According to the abstract released by the U.S.Patent & Trademark Office: "In a preparation method, a chiral or cholesteric liquid crystal, a photoreactive monomer, and a photoinitiator are disposed in a liquid crystal cell.A principal surface of the liquid crystal cell is illuminated with ultraviolet light selected to have a non-uniform ultraviolet light intensity profile in the liquid crystal cell.The illuminating cooperates with the photoinitiator to polymerize at least a portion of the photoreactive monomer near the principal surface to generate a polymer network having a density corresponding to the non-uniform ultraviolet light intensity profile.The polymer network biases the liquid crystal toward a selected helical alignment direction.In some embodiments, the illuminating includes illuminating with first and second ultraviolet light intensity profiles to produce surface and volume polymer network components."

The patent was filed on Feb.25, 2009, under Application No.12/392,389.

For further information please visit: http://patft.uspto.gov/netacgi/nph-Parser?Sect1=PTO2&Sect2=HITOFF&p=1&u=%2Fnetahtml%2FPTO%2Fsearch-bool.html&r=1&f=G&l=50&co1=AND&d=PTXT&s1=8081272&OS=8081272&RS=8081272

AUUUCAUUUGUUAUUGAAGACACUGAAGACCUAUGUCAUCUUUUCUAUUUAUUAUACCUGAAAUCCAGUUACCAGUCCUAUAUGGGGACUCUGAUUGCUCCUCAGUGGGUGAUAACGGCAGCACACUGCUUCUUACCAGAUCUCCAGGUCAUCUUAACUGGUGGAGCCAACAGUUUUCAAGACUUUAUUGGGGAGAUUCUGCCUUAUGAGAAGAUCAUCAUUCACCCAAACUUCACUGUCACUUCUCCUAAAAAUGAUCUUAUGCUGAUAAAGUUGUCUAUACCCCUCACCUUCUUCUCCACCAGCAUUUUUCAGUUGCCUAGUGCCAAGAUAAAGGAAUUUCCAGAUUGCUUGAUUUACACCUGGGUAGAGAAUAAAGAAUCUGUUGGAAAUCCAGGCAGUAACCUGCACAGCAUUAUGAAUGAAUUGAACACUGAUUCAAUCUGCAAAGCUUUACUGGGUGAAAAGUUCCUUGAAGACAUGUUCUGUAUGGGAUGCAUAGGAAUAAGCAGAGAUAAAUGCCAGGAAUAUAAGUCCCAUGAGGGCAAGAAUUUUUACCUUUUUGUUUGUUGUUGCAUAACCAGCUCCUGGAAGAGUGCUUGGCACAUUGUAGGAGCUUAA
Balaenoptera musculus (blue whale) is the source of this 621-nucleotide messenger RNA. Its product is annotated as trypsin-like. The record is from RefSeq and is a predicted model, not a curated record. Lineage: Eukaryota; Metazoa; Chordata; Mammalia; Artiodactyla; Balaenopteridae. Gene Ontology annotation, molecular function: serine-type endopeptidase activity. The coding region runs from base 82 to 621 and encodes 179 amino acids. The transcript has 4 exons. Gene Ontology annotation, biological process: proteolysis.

For any query with respect to this article or any other content requirement, please contact Editor at htsyndication@hindustantimes.com

Copyright © 2011 US Fed News (HT Syndication)

Return to Top



News Headline: Kent State gets $225,000 grant to assist rural areas | Attachment Email

News Date: 12/22/2011
Outlet Full Name: Farm and Dairy - Online
Contact Name:
News OCR Text: KENT, Ohio — Kent State University will receive a $225,000 economic development grant from the USDA to assist businesses in rural Ohio communities.

Kent State and 35 other organizations in 26 states and the District of Columbia were selected for grants to help rural cooperatives and small businesses expand, create jobs and strengthen their capacity to serve rural citizens and communities.

Purpose

Kent State's grant will be used to provide assistance to small communities by transitioning small businesses to worker-owned cooperatives. Kent State's Ohio Employee Ownership Center, recognized as a Cooperative Development Center by the U.S. Department of Agriculture, will administer the grant.

The OEOC, a non-profit outreach center of Kent State, supports the development of business across Ohio and around the world by its proven efforts to save jobs, create wealth and grow the economy.

The other Ohio organizations among the grant recipients are the National Network of Forest Practitioners in Athens and the Ohio State University Research Foundation. The grants are being provided through USDA Rural Development's Rural Cooperative Development Grant program.

Posted in News

Other posts by Other Newseditorial@farmanddairy.com

Return to Top



Powered by Vocus